It was around 1994 and I had recently migrated to the United States. My Biology teacher, Mr. Mund, had asked us to write an essay on Darwin’s theory of evolution and he wanted it typed. I was living with my aunt and her family and the only computer in the house was in my cousin’s room. I did not find it appropriate to ask my cousin to stop his game of Solitaire, so I opted for my aunt’s old typewriter that she had found at a garage sale. It was not an electric typewriter, mind you! After a few hours, I somehow managed to type out my 2 page essay. I had no idea how to edit mistakes and started fresh with a new paper every time I misspelled a word. It made a loud CLICK CLICK CLICK noise much to the annoyance of people who were trying to sleep. Much to my disappointment, I received a C.
Fast-forward to 2014, our Bombay office is in a meeting with Mr. Vijaya Gautam, Maharashtra’s Commissioner of Employment and Self Employment and Skill Development (ESE & SE) and his team discussing skill development for people with disabilities. We are discussing ways to enable PwDs to have a mainstream job. The gathering included quite an impressive group of people: Maharashtra’s Commissioner of Disabilities, head of ITI Nagpur, a representative from Nasscomm and founders of Barrier Break and V-Sesh.
We were there in full representation of diversity: male, female, differently-abled, industry, government, and most importantly, android, mac and windows users— each with our iPads, smart phones and laptops of choice. There were a few shocking revelations that day- or at least for me. One was that people with a hearing impairment are completely exempt from taking science and math classes at secondary school level in India. It is because the Indian Science language (ISL) has yet to develop signs to cover those subjects.
Let that sink in for a second.
Out of many hurdles and challenges that PwDs face, the quality of education they receive directly leaves them with very little opportunities when it comes to career choices. We have a long way to go before inclusion and mainstreaming become more than just pretty words.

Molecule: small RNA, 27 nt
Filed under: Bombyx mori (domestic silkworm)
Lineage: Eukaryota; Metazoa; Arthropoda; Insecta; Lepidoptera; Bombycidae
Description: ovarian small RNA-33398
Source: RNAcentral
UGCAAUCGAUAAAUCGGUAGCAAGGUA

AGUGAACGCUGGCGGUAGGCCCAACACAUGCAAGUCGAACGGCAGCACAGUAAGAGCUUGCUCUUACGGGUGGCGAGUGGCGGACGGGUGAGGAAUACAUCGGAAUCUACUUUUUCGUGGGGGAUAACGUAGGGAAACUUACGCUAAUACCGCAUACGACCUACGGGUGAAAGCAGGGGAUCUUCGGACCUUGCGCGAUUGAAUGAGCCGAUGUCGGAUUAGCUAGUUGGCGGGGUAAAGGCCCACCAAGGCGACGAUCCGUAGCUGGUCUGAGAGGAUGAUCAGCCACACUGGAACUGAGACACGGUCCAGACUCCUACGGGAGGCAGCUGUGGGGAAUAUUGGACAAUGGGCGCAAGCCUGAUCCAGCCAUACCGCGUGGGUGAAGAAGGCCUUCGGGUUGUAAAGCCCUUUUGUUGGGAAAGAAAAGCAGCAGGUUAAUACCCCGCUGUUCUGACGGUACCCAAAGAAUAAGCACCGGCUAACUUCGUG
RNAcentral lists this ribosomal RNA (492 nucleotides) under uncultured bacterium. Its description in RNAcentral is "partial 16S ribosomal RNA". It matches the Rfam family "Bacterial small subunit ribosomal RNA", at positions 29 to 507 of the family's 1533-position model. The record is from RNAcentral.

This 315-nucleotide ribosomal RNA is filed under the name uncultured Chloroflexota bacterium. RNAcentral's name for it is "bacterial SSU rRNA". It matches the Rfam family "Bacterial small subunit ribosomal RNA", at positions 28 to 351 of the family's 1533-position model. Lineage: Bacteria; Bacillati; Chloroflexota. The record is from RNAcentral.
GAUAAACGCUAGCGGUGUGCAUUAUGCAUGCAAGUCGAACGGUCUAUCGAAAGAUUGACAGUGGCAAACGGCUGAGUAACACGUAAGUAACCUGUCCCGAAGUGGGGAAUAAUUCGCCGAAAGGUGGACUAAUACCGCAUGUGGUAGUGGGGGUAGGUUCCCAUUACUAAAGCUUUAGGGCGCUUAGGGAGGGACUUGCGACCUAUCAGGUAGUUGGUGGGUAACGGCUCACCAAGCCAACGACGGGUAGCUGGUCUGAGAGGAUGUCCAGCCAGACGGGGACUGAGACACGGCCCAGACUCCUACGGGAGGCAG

In trying to address the high level of unemployment of PwDs in India, the government has reserved 3% of all government jobs to PwDs. While there are no problems filling the Class 3 – Class 4 jobs, which are clerical and entry-level roles, Class 2 and Class 1 (higher level) jobs are a different story. According to the International Labor Organization (ILO), PwDs prefer government jobs and repeatedly sit for entrance examinations but are unable to pass because the Indian education system is not equipping PwDs with the right skills. Another reason why many state government positions remain unfilled is because the recruitment rule itself is archaic and impractical.
For example, in order for a visually impaired person to apply for a job, clerical or non clerical, a candidate must pass a typing test on a typewriter. A typewriter! The first thought I had was, don’t those belong in a museum? The gasps and wows that followed matched how we felt about the gravity of the issue. There are very few institutions providing typewriting courses and apparently, there have been motions to take this requirement away, but hopefully, that in Indian government time will not mean when typing itself becomes obsolete. An amendment bill to the Indian Person with Disabilities Act of 1995 is due to pass in the next parliament session which is already receiving mixed reviews.
Meanwhile in Maharashtra, we have decided to keep working to remove barriers for PwDs and are bringing together experts from the Industry, government and social sectors to push for reforms.